It is unfortunate that purple martins do not remain around all year. Since they don’t, what should you do when they are gone with the purple martin house? What can you do to keep your purple martin colony protected, even when they’re gone?

There are a few things that you may want to consider to help keep your purple martin house in good condition through the winter as well.

Majestic Purple Martin Surveys His Territory

1. Check Each Unit

You want to verify that each unit is rather clean. I personally prefer to clean them entirely of any old nests and wait to add hay or pine needles back into the units just before purple martins return.

The most important thing to do is just check each unit for any unwanted visitors such as bugs / mites. There may be materials that may attract bugs too. This is the type of thing that you want to get rid of.

You will notice that some purple martins do a great job of having a clean area and picking materials that will keep a nest in tact for the winter. If this is the case, you may consider leaving it.

2. Clean Empty Units with Light Bleach / Water Combo

Again, this is a matter of preference. There are some that wish not to use any chemicals in units where purple martins would stay. However, I feel like clean units are important and that a light bleach and water combo works well.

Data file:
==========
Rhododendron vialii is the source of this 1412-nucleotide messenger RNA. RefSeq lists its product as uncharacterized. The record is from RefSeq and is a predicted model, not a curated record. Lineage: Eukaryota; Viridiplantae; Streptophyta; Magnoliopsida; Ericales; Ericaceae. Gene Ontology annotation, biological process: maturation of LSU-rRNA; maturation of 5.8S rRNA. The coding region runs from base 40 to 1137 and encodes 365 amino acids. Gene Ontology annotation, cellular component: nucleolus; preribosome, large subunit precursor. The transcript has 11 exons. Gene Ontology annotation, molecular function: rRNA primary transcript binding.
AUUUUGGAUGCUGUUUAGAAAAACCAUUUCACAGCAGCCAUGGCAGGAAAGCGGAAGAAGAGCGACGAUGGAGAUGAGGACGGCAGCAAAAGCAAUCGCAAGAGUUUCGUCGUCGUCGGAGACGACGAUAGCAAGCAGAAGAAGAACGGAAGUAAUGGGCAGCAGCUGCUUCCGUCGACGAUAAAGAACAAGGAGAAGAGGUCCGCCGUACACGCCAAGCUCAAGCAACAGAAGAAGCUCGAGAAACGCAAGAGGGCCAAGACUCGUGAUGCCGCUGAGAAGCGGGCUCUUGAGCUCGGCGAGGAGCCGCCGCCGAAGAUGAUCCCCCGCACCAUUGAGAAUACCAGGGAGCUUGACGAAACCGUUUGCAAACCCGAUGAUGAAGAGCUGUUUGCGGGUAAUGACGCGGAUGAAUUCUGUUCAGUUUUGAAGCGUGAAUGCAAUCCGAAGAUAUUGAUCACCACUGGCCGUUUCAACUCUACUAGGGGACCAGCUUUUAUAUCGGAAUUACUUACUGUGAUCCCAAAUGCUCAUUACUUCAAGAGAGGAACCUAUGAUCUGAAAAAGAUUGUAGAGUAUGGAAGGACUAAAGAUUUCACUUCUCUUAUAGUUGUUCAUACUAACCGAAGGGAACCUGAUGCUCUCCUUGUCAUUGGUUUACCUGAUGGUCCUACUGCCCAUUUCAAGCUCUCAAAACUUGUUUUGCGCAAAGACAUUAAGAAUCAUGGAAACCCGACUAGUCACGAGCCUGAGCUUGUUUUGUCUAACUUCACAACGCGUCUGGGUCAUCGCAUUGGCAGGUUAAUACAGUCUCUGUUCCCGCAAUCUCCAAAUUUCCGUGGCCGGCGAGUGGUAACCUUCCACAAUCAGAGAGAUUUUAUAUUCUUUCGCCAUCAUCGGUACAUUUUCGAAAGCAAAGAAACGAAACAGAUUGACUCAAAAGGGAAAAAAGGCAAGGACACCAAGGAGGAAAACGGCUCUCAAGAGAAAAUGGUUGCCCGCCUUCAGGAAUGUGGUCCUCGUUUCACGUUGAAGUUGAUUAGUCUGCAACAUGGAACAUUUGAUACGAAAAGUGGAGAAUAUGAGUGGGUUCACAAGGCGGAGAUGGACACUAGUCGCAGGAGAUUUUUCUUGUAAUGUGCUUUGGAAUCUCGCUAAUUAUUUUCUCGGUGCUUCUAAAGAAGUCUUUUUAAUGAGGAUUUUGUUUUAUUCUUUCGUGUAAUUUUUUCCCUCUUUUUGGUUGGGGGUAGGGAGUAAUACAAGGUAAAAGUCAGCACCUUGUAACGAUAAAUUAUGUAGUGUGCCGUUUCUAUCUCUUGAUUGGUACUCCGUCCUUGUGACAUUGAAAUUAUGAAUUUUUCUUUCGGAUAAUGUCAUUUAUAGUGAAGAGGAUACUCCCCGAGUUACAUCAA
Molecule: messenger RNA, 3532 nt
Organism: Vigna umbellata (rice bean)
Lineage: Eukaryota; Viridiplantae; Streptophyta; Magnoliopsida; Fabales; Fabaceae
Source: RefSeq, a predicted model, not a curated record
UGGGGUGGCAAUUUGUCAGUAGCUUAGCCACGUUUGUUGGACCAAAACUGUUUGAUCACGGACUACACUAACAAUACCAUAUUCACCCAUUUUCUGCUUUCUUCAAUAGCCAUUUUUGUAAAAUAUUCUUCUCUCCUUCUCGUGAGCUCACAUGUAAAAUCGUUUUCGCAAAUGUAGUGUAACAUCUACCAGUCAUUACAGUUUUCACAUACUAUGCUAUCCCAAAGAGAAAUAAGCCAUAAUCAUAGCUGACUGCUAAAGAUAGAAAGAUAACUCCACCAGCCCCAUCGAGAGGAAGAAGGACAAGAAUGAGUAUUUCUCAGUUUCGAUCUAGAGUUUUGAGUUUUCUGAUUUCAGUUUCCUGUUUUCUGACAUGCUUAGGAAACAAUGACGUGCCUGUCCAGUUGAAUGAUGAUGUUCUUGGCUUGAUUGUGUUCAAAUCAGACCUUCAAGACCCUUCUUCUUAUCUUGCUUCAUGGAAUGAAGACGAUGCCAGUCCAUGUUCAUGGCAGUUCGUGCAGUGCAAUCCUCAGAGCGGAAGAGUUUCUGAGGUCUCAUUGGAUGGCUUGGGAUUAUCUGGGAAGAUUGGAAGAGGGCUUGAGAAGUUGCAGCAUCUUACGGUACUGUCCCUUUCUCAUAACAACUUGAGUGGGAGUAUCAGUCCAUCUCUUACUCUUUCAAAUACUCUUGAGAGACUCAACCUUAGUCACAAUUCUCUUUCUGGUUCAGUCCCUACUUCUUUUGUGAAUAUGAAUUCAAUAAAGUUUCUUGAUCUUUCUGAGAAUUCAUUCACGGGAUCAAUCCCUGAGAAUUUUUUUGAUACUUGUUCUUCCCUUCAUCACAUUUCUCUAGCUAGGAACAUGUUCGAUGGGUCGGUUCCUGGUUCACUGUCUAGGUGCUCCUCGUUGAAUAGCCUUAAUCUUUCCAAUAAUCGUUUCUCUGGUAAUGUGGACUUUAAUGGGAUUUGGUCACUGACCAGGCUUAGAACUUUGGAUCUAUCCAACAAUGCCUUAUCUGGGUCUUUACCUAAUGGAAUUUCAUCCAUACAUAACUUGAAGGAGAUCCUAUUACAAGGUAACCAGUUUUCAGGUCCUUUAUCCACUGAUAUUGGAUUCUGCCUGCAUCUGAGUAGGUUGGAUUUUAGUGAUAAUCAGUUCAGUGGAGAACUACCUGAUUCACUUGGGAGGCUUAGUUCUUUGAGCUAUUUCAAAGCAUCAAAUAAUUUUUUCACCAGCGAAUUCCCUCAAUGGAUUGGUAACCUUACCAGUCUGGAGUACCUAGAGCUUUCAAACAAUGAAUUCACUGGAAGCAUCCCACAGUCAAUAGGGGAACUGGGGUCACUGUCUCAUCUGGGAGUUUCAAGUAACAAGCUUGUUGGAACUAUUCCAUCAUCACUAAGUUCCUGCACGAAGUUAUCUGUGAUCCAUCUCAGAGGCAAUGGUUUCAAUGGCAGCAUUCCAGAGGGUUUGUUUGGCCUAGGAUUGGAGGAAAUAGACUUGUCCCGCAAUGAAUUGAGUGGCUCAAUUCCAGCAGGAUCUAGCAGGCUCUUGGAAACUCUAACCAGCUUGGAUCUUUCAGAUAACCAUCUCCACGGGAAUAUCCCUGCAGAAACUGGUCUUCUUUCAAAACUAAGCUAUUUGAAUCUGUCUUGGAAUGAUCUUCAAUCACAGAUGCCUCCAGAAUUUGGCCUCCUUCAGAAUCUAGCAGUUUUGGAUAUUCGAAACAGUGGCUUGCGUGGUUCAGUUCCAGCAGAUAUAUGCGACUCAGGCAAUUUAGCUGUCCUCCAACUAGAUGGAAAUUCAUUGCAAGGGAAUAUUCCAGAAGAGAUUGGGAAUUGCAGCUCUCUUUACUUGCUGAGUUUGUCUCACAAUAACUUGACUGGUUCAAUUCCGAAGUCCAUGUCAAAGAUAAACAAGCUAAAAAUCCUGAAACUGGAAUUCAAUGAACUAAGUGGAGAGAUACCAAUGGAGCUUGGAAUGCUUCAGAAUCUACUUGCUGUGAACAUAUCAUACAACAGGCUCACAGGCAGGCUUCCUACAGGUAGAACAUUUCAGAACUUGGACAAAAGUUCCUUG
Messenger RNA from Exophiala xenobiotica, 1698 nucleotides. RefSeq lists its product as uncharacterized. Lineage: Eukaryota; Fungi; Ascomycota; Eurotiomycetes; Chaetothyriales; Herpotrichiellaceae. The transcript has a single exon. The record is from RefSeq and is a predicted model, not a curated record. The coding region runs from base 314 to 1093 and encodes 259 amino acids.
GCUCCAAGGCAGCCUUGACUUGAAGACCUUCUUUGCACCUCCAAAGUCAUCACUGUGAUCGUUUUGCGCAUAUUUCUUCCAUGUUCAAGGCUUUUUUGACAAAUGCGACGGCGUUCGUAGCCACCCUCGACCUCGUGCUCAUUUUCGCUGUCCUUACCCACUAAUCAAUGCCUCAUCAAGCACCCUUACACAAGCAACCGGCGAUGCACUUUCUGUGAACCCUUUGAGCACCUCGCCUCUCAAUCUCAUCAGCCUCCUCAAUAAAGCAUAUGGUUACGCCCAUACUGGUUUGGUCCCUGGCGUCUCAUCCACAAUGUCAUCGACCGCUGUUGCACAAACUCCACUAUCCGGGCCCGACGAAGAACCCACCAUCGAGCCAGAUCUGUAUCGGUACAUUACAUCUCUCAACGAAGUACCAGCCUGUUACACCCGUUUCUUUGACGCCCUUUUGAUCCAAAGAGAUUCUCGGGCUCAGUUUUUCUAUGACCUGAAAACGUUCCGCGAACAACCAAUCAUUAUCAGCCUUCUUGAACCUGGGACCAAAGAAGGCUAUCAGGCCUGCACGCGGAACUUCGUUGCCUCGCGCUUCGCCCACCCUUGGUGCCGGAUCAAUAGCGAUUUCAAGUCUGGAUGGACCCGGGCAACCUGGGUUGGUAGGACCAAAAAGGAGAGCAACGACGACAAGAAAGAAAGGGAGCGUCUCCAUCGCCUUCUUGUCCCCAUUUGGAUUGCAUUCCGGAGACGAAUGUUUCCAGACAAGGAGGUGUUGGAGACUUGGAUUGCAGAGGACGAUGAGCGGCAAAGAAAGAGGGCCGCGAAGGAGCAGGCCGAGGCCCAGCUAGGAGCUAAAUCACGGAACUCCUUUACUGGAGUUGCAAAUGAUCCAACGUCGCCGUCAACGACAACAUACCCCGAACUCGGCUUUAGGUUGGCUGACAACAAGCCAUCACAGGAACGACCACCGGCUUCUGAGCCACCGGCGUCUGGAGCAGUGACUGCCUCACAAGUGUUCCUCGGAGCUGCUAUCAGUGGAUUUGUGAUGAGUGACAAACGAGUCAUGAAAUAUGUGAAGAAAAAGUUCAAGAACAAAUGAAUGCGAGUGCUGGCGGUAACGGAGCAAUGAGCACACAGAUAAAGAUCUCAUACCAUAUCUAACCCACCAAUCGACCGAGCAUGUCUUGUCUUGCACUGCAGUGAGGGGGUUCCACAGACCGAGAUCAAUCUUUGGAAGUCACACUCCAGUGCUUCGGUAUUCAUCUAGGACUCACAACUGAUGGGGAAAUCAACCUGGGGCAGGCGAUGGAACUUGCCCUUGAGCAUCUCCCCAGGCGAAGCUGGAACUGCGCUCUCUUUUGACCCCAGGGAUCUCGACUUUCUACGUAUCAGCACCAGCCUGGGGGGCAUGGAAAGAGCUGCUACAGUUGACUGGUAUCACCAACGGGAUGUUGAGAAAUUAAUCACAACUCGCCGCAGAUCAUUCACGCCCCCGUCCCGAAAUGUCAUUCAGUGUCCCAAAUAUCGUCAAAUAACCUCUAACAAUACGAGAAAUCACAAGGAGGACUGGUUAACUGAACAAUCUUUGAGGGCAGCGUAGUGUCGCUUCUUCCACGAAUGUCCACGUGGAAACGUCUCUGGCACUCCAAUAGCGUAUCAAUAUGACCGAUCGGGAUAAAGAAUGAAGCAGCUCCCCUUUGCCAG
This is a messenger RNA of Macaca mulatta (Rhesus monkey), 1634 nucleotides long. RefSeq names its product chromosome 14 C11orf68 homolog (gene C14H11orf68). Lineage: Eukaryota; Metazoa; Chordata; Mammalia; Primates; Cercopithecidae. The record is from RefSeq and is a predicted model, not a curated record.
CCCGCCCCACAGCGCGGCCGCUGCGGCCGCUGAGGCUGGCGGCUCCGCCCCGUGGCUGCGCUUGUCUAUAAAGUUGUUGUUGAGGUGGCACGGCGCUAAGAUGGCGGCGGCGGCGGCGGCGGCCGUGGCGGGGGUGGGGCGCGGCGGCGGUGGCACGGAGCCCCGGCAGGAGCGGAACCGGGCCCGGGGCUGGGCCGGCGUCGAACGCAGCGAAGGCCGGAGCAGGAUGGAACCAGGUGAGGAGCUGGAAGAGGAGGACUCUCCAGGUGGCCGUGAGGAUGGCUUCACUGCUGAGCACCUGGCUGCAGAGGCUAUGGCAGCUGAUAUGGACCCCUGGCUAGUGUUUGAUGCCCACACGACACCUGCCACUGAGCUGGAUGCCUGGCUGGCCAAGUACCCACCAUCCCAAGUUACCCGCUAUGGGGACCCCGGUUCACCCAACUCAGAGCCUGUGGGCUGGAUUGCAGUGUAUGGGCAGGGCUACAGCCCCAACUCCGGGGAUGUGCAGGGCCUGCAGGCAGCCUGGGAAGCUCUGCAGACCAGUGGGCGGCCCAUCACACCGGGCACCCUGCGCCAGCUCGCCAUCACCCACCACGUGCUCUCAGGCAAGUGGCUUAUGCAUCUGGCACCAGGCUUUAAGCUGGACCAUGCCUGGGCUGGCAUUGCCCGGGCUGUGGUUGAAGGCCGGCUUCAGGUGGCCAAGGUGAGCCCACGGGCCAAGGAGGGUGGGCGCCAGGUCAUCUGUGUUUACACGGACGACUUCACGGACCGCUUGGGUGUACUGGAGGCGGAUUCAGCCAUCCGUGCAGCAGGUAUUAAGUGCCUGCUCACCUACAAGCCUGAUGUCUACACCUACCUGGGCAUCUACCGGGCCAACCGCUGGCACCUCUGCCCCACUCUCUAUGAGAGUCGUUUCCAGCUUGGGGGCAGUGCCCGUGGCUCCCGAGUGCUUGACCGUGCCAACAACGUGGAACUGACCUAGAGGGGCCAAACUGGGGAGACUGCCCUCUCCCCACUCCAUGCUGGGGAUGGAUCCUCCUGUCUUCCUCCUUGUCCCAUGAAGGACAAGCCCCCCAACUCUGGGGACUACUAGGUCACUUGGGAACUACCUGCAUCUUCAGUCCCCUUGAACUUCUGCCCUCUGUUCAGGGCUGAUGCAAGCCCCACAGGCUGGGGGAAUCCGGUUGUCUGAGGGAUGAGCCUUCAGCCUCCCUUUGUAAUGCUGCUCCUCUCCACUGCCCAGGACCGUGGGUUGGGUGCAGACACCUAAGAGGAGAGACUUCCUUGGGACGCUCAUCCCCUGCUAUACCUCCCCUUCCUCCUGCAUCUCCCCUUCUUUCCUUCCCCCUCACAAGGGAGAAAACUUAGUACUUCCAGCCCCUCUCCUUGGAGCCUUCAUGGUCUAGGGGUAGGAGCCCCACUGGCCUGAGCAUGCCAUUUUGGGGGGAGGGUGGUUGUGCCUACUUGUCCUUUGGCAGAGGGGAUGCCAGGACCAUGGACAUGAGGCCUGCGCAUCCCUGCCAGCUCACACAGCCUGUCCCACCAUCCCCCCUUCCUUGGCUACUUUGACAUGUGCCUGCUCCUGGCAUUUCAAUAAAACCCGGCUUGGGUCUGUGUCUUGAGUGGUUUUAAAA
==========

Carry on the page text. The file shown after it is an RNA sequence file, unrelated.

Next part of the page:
Please note that I do this at the end of season, which gives the unit plenty of time to air out by the time they arrive several months later. If you expect purple martins to arrive shortly, I would recommend simply using water and only use the combination if you see mold growing anywhere on the purple martin house. It may also be a good option for the exterior of the home where a lot of grime tends to build up over time.

Fill a small bucket or bowl with 1 part bleach to 10 parts water. In other words, very little bleach. I tend to use a towel or a wash cloth to clean out the empty units.

Follow this by making sure that you have a water hose handy. Rinse out any compartments pretty thoroughly that you have used any bleach on. After this, you may consider drying it out as well.

3. Paint or Replace Broken Pieces on the Purple Martin House

I prefer to go ahead and do any painting or repairs to my purple martin house at the end of the season. Mid-season is too difficult to make any repairs as you don’t want to cause any additional stress on the young purple martins.

Especially when it comes to paint, you want to give time for the paint to dry and any fumes to be gone before martins arrive. This is why I would rather do it at the end of the season, and hope that by the time the purple martins arrive the house smells normal with no additional fumes lingering.

Note that if you purchase one of our purple martin houses, it is UV Plastic and they generally do not need to be painted. However, if you have a wooden or aluminum purple martin house, it may be necessary to paint it every few years to ensure that it remains sturdy.

4. Consider adding Purple Martin House Door Plugs